DAVAO CITY – A 34-member panel comprising Lumad (Indigenous Peoples) elders and leaders will engage the 20-member Bangsamoro Transition Commission (BTC) in a roundtable discussion in relation to the 36 provisions of the draft Bangsamoro Basic Law (BBL) that may “adversely impact our rights and way of life.”
Lawyer Reuben Lingating, chair of the five-member Indigenous Peoples (IP) panel recently created by the Office of the Presidential Adviser on the Peace Process (OPAPP) said on Sunday that the Mindanao Indigenous Peoples Legislative Assembly-BBL (MIPLA-BBL) Panel of Representatives is composed of 34 elders and leaders from the Autonomous Region in Muslim Mindanao (ARMM), Zamboanga Peninsula and Caraga whose ancestral domains cover some parts of the territory of the ARMM.
The ARMM, which is the proposed core territory of the Bangsamoro, the new autonomous political entity that would replace the ARMM, comprises the provinces of Basilan, Sulu, Tawi-tawi, Lanao del Sur and Maguindanao and the cities of Marawi and Lamitan.
It is not clear how many among the 34-member panel of representatives come from the proposed core territory of the Bangsamoro.
But the BTC, the body tasked to draft the BBL, has two Lumad representatives from the proposed core territory of the Bangsamoro, one nominated by the government and the other nominated by the MILF.
The BTC is supposed to be a 21-member Commission but one Commissioner, Samira Gutoc Tomawis, resigned in the early days of the Marawi Crisis citing personal reasons and policy questions.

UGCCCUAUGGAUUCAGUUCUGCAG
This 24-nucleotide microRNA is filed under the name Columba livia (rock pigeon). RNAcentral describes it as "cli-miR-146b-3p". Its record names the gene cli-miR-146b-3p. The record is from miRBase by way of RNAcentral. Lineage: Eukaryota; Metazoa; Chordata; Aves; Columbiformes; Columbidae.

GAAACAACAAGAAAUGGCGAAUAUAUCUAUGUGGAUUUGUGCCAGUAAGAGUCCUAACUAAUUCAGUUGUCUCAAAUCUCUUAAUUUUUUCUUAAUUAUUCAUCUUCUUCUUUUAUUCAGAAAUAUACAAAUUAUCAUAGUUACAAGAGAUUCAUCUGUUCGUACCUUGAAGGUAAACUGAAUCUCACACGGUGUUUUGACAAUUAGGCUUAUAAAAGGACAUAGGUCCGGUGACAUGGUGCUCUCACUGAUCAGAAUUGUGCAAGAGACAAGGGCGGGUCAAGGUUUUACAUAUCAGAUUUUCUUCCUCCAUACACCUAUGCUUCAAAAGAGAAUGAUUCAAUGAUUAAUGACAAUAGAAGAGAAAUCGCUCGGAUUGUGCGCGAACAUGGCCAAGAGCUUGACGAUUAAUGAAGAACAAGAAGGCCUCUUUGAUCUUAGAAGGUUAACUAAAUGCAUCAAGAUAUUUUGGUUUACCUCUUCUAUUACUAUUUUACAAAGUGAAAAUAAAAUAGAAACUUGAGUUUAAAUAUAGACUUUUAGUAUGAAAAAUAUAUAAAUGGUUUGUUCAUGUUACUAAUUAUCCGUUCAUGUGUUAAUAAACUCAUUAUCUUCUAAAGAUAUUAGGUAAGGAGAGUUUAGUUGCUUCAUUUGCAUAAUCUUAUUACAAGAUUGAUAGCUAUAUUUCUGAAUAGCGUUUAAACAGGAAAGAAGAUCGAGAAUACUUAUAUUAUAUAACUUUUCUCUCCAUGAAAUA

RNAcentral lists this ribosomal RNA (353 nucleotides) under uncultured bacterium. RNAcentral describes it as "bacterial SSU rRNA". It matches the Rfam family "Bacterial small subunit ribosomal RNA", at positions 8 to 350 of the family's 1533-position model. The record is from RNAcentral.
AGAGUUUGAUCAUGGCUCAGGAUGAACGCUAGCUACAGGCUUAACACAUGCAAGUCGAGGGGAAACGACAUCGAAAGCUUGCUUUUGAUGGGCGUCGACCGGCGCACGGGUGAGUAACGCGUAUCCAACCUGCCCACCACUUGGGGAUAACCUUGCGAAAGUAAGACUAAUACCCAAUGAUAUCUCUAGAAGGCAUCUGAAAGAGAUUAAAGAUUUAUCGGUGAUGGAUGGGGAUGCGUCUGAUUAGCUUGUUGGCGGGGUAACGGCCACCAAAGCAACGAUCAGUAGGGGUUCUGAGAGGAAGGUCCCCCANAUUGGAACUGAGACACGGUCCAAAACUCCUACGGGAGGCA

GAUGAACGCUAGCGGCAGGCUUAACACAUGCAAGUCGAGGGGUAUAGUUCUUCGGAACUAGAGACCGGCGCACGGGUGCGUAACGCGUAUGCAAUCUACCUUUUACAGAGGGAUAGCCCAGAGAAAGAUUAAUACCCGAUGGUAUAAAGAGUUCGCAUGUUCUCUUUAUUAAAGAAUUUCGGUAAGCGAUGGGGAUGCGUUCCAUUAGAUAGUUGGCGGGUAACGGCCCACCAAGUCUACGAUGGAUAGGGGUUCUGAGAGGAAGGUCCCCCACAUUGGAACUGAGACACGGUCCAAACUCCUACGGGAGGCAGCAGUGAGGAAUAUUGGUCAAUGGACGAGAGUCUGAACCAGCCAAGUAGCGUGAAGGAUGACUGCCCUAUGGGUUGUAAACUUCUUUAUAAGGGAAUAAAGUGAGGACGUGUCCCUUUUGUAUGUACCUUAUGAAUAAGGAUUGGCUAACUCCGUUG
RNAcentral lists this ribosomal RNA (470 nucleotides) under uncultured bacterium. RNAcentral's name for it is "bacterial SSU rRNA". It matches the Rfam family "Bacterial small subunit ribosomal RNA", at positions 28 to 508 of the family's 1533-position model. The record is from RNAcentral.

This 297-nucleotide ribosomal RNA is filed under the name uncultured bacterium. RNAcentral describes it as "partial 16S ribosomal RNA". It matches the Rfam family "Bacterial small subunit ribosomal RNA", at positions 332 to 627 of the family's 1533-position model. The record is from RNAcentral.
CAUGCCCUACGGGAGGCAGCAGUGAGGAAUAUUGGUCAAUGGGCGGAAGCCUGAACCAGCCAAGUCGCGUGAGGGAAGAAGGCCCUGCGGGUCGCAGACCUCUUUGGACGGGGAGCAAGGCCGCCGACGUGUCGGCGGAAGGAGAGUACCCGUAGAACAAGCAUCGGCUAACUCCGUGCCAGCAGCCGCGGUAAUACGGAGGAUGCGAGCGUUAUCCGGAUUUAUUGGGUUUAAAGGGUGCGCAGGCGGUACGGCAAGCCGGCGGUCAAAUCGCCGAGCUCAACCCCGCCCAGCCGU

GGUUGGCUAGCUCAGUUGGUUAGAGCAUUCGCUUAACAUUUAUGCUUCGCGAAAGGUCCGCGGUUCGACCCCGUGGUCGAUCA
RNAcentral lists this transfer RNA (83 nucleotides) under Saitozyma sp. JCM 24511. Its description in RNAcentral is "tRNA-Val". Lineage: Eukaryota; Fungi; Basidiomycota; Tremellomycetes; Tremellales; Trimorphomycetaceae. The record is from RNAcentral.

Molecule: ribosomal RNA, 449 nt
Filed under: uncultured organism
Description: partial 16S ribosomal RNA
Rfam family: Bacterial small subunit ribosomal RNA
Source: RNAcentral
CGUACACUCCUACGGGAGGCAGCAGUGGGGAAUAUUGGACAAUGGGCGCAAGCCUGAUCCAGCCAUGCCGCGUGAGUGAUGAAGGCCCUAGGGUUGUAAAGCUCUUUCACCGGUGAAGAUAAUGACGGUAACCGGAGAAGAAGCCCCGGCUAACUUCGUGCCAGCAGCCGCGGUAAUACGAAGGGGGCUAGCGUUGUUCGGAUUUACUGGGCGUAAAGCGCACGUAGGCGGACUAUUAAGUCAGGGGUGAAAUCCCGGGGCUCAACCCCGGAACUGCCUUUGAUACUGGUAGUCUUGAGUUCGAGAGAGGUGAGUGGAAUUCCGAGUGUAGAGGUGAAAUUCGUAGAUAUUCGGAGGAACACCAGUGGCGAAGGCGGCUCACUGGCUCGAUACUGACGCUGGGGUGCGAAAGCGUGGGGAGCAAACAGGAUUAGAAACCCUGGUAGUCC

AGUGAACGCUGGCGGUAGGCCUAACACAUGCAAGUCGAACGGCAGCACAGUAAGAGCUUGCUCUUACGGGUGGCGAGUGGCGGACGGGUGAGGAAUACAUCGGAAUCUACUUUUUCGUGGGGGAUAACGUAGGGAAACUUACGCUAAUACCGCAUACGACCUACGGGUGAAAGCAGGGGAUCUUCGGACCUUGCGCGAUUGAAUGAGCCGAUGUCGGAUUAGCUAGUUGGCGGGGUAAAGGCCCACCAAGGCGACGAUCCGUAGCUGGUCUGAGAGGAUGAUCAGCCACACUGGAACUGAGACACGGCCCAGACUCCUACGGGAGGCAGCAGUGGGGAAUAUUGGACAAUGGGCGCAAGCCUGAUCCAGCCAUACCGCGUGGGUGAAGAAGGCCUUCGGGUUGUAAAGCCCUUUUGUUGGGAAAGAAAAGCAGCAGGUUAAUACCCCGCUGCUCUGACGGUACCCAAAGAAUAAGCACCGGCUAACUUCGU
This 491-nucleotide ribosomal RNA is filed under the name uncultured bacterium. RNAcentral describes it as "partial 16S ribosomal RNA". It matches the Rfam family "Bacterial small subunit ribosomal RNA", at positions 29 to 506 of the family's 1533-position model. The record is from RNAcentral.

Lingating said the meeting between BTC and MIPLA-BBL panel will happen in two weeks after it was moved from September 1, the closing of the three-day MIPLA at the Mergrande Ocean Resort in Talomo, as it was a nationwide holiday in observance of the Eid’l Adha (Islamic Feast of Sacrifice).
He said members of the MIPLA-BBL Panel of Representatives will meet again to consolidate the output of the seven group sessions during the legislative assembly after the roundtable peace conversation with the BTC members.
He said the BTC and MILPA-BBL panel representatives will “engage separately or jointly the Congress.”
The BTC submitted the draft of the new BBL to President Rodrigo Duterte on July 17. It was transmitted to the two houses of Congress in mid-August but has yet to be filed as a bill in either house.
The BBL is not on the list of 28 priority bills agreed upon by the Legislative Executive Development Advisory Council.
Lingating said the OPAPP “provided for a new peace table to serve as a platform of peace conversation between them so just to exhaust all remedies available to them as diverse peoples, with distinct identities, culture, history, and political conceptualizations in dealing with their aspiration to be united as Bangsamoro peoples following the Administration’s policy of inclusivity in the peace process.”
He said they have submitted to IP Committee representatives in Congress the result of their “sharing, discourse and proposals concerning 36 provisions in the BBL that may adversely impact their rights and way of life.”
He said Sen. Nancy Binay, chair of the Senate Committee for Cultural Communities, who sent her representative Joseph Ginni T. Jaralve, and North Cotabato’s second district Representative Nancy Catamco, Indigenous Cultural Communities and Indigenous Peoples, “expressed their commitment to consider it.” (Antonio L. Colina IV / MindaNews)